The Player of Games is the second book in the Culture Series, the second in a series of ten. As I have already mentioned earlier in my review of Consider Phlebas, the first book in the series, I am reading this series as part of a year long read

Now, while I didn't care much for Book 1 in the series, Book 2 was an entirely different matter altogether. For one, the title of the book is exactly what the book is about; the protagonist, Jernau Morat Gurgeh, is a Player of Games, nothing more, nothing less. There is a hint of Ender's Game, but no more than just a hint. The games themselves, set in a world far too much in future, are no high tech video games, but Board games! Strategy based Board and card games! There is less action of the traditional kind, less bloodshed, and the book is much better for that. While game playing is the premise of the book, from beginning to the end, the change in the protagonist is more fascinating. The book is brilliant in that it doesn't lack congruity at any point of time, the culture of Culture is better understood in this book and so is the place of humans and machines in their culture.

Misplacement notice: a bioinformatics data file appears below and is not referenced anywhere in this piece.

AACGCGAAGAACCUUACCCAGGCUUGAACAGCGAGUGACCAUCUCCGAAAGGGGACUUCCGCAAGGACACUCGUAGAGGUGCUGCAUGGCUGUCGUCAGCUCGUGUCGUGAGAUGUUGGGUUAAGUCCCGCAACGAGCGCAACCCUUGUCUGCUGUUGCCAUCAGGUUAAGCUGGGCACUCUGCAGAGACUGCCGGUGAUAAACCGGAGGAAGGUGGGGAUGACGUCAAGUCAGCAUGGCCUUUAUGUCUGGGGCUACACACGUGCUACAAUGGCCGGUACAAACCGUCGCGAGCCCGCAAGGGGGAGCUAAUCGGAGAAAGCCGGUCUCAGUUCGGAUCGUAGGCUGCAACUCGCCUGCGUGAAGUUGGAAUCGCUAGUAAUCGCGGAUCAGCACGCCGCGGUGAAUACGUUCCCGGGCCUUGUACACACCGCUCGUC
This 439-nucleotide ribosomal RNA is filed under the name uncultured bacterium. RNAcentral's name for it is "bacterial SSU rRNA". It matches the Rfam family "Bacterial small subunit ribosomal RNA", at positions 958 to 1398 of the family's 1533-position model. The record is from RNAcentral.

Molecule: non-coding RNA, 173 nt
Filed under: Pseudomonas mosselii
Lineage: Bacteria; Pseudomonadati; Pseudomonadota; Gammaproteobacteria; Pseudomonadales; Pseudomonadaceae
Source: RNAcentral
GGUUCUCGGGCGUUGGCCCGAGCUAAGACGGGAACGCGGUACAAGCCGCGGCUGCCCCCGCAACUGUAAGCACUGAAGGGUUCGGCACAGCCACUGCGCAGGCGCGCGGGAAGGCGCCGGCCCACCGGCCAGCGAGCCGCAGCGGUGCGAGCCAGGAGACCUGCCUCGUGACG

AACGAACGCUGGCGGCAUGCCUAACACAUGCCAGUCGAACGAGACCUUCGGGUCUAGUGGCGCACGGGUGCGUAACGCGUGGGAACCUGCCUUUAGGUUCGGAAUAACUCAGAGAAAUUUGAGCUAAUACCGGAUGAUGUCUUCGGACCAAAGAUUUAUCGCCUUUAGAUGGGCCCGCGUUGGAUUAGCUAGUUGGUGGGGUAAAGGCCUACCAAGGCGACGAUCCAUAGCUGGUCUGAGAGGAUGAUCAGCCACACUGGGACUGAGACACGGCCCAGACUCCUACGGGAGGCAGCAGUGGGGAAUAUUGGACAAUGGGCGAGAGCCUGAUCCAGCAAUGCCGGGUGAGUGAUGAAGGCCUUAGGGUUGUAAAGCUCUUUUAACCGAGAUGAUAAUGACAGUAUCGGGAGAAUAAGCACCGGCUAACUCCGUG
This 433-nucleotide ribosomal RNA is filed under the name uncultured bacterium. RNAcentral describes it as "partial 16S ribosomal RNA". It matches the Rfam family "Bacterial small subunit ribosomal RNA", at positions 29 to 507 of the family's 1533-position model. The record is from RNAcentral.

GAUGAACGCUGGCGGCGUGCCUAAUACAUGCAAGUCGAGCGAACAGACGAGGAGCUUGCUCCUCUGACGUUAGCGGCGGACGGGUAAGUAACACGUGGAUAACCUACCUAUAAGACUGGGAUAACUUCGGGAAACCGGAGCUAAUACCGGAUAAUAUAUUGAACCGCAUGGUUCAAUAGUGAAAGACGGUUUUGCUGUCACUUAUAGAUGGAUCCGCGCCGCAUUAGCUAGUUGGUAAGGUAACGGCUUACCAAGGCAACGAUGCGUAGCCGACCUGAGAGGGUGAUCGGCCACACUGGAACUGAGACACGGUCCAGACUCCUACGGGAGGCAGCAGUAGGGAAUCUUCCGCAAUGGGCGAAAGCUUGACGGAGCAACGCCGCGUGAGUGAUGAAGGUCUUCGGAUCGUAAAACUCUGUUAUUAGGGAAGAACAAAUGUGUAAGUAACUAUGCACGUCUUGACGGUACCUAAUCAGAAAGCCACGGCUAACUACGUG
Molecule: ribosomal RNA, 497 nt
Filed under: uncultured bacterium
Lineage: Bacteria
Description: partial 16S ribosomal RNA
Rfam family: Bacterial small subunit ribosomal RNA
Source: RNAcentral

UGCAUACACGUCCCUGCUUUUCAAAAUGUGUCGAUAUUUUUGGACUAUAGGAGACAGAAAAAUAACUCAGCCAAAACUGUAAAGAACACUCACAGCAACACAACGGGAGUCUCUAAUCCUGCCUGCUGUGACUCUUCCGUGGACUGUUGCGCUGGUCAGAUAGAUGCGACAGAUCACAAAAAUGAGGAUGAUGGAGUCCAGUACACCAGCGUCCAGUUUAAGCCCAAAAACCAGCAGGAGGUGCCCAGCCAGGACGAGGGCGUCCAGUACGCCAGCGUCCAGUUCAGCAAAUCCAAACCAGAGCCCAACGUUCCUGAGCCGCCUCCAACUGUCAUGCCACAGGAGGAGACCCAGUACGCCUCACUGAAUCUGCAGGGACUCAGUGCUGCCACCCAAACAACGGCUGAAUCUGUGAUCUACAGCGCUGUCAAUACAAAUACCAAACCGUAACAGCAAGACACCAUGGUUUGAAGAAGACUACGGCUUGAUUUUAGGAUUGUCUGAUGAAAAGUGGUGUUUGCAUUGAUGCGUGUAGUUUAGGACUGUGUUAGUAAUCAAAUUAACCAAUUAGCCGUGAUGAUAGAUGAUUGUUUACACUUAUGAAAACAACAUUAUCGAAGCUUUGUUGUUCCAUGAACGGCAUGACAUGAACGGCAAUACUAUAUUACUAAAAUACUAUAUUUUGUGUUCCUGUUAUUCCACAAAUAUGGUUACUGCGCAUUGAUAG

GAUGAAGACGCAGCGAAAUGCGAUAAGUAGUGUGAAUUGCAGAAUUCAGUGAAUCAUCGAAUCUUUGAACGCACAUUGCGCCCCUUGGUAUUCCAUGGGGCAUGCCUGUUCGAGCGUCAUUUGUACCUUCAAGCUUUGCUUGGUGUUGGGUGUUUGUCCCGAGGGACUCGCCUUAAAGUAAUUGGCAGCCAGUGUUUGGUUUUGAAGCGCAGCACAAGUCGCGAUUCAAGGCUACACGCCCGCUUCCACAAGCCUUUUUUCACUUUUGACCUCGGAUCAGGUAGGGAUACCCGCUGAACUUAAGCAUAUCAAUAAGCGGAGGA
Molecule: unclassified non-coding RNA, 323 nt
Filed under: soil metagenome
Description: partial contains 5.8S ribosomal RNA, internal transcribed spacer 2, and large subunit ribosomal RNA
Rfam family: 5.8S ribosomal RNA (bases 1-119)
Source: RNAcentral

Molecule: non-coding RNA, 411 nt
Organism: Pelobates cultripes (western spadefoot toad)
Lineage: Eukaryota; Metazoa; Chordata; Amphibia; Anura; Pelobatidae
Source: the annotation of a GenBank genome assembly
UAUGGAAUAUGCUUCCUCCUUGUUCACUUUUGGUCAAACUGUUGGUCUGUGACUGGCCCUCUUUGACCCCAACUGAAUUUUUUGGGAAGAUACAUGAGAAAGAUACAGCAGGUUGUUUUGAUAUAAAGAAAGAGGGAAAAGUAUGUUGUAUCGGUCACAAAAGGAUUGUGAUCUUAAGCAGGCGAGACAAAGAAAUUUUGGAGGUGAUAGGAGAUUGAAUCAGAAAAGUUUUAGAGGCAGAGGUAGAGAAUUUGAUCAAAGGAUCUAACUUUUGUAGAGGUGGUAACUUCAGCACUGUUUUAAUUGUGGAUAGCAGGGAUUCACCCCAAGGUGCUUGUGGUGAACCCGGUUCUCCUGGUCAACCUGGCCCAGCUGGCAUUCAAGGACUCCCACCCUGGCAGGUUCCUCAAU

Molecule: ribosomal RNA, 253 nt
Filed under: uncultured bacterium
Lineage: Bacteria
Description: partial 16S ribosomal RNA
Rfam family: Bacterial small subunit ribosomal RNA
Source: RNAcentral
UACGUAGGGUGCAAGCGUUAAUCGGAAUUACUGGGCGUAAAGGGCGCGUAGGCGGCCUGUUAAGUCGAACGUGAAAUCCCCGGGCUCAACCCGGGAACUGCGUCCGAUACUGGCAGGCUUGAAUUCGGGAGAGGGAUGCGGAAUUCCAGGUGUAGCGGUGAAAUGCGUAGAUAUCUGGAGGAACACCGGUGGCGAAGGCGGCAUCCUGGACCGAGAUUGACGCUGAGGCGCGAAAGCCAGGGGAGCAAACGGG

There is travel to a distant civilisation, interaction with other humanoid species, and perhaps the most exhaustive game in the universe. The "Minds" in this book continue to be all knowing, benevolent. I could be wrong, but I suspect an Assimovish twist to the story in its latter parts.

Humans in Culture are genetically enhanced, with in-built drug glands, ability to pass food and drinks through, easy sex changes, growing back of parts, among other things. Yet they need to pee, sounds quite wasteful for a civilisation like Culture, doesn't it?

4/5

9majkia
feb 9, 2014, 8:02am

I'm a bit more than halfway. This is SOOOO different from book 1. And really a comedy of manners! Funny!

10vwinsloe
feb 9, 2014, 8:17am

I read Consider Phlebas for the first time AFTER I read The Player of Games. Phlebas didn't measure up. It reminded me very much of the not uncommon situation in which an author publishes a book that does very well, so the publisher goes back quickly and digs up a prior book (published or unpublished) for wide release to cash in on the author's good publicity.

In other words, Phlebas was not nearly as well written, and the ideas and world building were not yet fully formed or fleshed out. That was my view, anyway.

11imyril
feb 9, 2014, 11:32am

9> A comedy of manners - that's spot on! :)

12elenchus
feb 9, 2014, 1:14pm